In terms of safety nets, the National Insurance Scheme (NIS) has upgraded its systems and facilities to better serve its stakeholders and beneficiaries. It has also raised benefits, including pensions. In recent years, however, the Scheme has experienced declining income, both from investment and contributions. The Government will take action to arrest this development and will move to safeguard the integrity of the Scheme. It will undertake a review of the investment strategy, with a view of finding other low-risk high-yielding outlets. I also wish to announce an increase in the NIS contribution rate from 12 percent to 13 percent, effective April 1, 2004. The employee would now be required to pay 5.2 percent and the employer 7.8 percent. The self-employed contribution rate will increase from 10.5 percent to 11.5 percent, effective from the same date.

The Ministry of Labour, Human Services and Social Security will undertake an analysis of the profile and needs of people affected by sector restructuring. This analysis will help it to develop novel safety net options, including innovative severance packages and re-training for new and emerging job opportunities. The Ministry will also continue to administer its Old Age Pension and Social Assistance Programmes. Approximately 50,000 persons will benefit from a sum of $1.1 billion that has been budgeted to support these programmes this year.

Mr Speaker, in 2004, we have increased the budgetary allocation and expanded the coverage of our poverty programmes. Under SIMAP III, over $980 million has been provided to finance community development, education, health, and drainage and irrigation projects. The budget for the BNTF V programme is $385 million, which will be used for rehabilitation of roads; construction and/or extension of schools, the Lethem Hospital, and health centres; and the laying of pipelines and fittings in selected areas. Approximately $370 million will be spent under the PRCSSP. Also, the LEAP is programmed to spend $450 million. Other poverty intervention initiatives, which the Government will undertake this year include:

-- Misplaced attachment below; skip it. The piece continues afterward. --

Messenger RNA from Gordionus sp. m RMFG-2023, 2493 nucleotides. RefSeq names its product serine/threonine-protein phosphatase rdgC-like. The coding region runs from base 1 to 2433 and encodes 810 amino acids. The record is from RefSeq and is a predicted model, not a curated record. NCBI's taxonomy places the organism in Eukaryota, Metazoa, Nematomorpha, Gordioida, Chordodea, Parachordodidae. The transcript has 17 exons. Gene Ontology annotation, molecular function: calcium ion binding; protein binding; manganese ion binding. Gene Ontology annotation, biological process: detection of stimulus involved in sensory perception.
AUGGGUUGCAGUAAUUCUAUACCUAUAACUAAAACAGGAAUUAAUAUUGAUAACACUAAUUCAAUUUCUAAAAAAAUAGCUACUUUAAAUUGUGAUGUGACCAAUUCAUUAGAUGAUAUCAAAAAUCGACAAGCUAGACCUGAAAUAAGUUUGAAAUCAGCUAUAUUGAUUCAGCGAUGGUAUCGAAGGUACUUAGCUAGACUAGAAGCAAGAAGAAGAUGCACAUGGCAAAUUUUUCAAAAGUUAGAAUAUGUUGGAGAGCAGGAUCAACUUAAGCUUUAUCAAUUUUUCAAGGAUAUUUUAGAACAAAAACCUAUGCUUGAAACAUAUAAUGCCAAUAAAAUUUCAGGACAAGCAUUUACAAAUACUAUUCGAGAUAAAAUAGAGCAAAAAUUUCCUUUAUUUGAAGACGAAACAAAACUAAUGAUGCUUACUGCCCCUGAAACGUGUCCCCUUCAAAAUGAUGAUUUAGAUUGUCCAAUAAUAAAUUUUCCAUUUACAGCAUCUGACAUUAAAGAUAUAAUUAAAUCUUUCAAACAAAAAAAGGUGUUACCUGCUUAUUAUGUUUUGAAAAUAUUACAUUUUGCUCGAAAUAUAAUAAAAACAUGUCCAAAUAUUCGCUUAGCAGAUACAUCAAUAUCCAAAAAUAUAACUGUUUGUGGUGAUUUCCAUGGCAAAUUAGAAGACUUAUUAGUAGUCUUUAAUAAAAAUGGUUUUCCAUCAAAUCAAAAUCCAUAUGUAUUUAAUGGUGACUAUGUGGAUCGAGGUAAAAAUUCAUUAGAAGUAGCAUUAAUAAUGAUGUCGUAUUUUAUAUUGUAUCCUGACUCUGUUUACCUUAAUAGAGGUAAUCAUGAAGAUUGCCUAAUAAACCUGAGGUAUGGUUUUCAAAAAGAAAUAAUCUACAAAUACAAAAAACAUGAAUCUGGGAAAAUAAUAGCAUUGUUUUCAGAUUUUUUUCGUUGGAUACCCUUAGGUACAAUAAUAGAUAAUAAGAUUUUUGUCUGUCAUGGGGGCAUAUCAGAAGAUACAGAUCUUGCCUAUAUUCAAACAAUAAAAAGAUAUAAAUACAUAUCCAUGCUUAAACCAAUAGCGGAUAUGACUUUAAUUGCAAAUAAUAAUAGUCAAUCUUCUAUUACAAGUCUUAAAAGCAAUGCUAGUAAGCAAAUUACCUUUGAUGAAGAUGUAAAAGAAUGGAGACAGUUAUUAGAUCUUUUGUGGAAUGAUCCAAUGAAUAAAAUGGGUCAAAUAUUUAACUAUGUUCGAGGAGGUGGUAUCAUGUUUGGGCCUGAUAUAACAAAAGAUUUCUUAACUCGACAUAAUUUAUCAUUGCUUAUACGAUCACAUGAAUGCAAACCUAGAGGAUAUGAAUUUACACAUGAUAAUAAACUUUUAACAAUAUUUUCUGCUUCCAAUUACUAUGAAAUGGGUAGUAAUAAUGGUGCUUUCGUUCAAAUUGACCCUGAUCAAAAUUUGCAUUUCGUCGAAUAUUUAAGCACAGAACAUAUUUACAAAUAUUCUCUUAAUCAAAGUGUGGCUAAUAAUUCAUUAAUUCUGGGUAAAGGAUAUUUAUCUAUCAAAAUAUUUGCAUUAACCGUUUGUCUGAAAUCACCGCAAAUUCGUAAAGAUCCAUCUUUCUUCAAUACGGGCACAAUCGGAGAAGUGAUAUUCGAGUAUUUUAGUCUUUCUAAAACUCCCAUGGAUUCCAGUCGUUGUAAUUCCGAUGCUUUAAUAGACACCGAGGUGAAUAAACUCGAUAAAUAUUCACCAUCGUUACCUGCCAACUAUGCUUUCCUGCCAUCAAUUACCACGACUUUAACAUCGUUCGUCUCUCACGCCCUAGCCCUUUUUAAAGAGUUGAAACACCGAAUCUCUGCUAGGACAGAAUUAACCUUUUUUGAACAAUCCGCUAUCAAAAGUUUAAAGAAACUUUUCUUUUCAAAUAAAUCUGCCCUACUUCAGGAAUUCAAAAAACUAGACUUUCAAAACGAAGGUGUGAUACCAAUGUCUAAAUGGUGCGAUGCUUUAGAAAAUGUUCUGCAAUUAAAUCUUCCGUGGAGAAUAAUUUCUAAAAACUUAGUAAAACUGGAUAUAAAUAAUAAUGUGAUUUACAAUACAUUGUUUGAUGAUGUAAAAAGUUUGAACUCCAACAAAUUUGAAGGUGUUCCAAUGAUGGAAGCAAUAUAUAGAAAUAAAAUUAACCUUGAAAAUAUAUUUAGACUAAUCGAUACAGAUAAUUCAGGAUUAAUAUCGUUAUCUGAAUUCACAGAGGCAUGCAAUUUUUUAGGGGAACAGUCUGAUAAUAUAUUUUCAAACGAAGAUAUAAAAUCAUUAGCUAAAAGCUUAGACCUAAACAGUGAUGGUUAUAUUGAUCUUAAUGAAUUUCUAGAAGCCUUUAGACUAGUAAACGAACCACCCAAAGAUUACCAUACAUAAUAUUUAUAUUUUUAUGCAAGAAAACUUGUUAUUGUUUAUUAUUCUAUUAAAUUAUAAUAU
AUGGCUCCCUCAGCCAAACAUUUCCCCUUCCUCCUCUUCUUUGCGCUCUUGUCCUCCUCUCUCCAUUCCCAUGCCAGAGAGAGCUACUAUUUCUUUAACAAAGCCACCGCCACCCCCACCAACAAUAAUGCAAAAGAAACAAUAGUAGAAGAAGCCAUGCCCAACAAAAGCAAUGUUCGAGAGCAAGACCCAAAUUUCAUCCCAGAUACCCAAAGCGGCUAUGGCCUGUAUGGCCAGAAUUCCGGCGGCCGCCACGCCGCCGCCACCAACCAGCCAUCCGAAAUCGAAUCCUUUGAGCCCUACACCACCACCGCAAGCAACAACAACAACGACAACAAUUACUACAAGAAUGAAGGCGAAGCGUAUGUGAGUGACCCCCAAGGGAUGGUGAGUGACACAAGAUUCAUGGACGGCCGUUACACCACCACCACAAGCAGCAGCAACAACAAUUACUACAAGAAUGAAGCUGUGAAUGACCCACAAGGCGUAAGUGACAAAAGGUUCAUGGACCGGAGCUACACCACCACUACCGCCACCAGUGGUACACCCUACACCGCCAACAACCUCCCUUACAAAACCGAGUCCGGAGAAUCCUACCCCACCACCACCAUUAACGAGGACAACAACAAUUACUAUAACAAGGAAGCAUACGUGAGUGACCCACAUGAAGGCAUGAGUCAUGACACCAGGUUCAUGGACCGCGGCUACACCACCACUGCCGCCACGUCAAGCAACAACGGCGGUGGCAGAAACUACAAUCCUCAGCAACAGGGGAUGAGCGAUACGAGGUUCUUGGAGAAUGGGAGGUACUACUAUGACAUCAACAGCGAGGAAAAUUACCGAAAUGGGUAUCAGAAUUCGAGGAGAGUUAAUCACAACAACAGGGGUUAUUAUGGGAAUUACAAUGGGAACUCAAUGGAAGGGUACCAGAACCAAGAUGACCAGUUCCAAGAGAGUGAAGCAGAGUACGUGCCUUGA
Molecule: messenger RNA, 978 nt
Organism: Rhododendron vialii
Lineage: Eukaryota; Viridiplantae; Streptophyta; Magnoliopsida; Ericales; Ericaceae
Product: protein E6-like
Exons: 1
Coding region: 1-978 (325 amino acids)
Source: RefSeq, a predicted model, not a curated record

• An Exercise and Text Book Programme, $250 million;
• A School Feeding Programme for Nursery and Primary students, $100 million;
• A Poverty Programme inclusive of a School Uniform Programme, $350 million;
• A CXC Subsidy for needy children, $47.5 million;
• An Oral and Optical Health Programme for the Aged, $50 million;
• An Amerindian Development Fund, $30 million; and
• A Nutrition Programme for children and pregnant and lactating mothers, $109 million.

I. Job Creation

Mr. Speaker, during this year, Go-Invest will continue to encourage and facilitate a number of private sector investments that will add value and create jobs in the economy. In the wood sector, over $300 million will be invested in two projects to produce outdoor furniture, dressed lumber and prefabricated wooden homes for sale in the Caribbean. Sixty new jobs will be created in the Linden area. In preparation for the Cricket World Cup in 2007, the construction of two new hotels will start this year. This $8 billion investment will see the addition of 340 rooms and the creation of 150 jobs. In the information and communications technology sector, approximately $800 million will be invested to establish a call centre in Linden that will create 150 jobs. Another investment of about $200 million in this sector is currently being negotiated.